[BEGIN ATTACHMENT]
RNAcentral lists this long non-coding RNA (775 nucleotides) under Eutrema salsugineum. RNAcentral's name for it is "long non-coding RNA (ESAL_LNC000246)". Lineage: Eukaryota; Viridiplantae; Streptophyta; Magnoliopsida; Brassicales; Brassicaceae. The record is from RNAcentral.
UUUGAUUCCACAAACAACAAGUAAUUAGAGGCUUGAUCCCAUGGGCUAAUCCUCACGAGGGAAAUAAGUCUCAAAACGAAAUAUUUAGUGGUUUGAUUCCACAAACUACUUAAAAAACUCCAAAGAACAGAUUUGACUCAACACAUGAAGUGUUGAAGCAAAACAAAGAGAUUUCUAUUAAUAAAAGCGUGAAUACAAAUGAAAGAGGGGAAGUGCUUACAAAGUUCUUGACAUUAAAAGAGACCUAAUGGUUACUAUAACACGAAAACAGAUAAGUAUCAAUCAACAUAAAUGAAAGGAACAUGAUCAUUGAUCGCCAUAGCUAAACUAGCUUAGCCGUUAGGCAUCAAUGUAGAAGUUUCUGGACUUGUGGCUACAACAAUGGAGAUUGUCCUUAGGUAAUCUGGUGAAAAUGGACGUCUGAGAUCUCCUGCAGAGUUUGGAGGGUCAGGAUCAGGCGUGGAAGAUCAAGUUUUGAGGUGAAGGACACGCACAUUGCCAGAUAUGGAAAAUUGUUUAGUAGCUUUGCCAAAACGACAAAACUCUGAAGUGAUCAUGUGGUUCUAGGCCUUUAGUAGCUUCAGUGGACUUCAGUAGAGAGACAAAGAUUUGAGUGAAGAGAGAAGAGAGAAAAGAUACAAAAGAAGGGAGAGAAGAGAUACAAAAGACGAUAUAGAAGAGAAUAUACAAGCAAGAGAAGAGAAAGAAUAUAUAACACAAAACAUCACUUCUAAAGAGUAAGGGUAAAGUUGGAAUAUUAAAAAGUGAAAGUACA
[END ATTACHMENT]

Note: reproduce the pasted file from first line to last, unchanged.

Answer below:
RNAcentral lists this long non-coding RNA (775 nucleotides) under Eutrema salsugineum. RNAcentral's name for it is "long non-coding RNA (ESAL_LNC000246)". Lineage: Eukaryota; Viridiplantae; Streptophyta; Magnoliopsida; Brassicales; Brassicaceae. The record is from RNAcentral.
UUUGAUUCCACAAACAACAAGUAAUUAGAGGCUUGAUCCCAUGGGCUAAUCCUCACGAGGGAAAUAAGUCUCAAAACGAAAUAUUUAGUGGUUUGAUUCCACAAACUACUUAAAAAACUCCAAAGAACAGAUUUGACUCAACACAUGAAGUGUUGAAGCAAAACAAAGAGAUUUCUAUUAAUAAAAGCGUGAAUACAAAUGAAAGAGGGGAAGUGCUUACAAAGUUCUUGACAUUAAAAGAGACCUAAUGGUUACUAUAACACGAAAACAGAUAAGUAUCAAUCAACAUAAAUGAAAGGAACAUGAUCAUUGAUCGCCAUAGCUAAACUAGCUUAGCCGUUAGGCAUCAAUGUAGAAGUUUCUGGACUUGUGGCUACAACAAUGGAGAUUGUCCUUAGGUAAUCUGGUGAAAAUGGACGUCUGAGAUCUCCUGCAGAGUUUGGAGGGUCAGGAUCAGGCGUGGAAGAUCAAGUUUUGAGGUGAAGGACACGCACAUUGCCAGAUAUGGAAAAUUGUUUAGUAGCUUUGCCAAAACGACAAAACUCUGAAGUGAUCAUGUGGUUCUAGGCCUUUAGUAGCUUCAGUGGACUUCAGUAGAGAGACAAAGAUUUGAGUGAAGAGAGAAGAGAGAAAAGAUACAAAAGAAGGGAGAGAAGAGAUACAAAAGACGAUAUAGAAGAGAAUAUACAAGCAAGAGAAGAGAAAGAAUAUAUAACACAAAACAUCACUUCUAAAGAGUAAGGGUAAAGUUGGAAUAUUAAAAAGUGAAAGUACA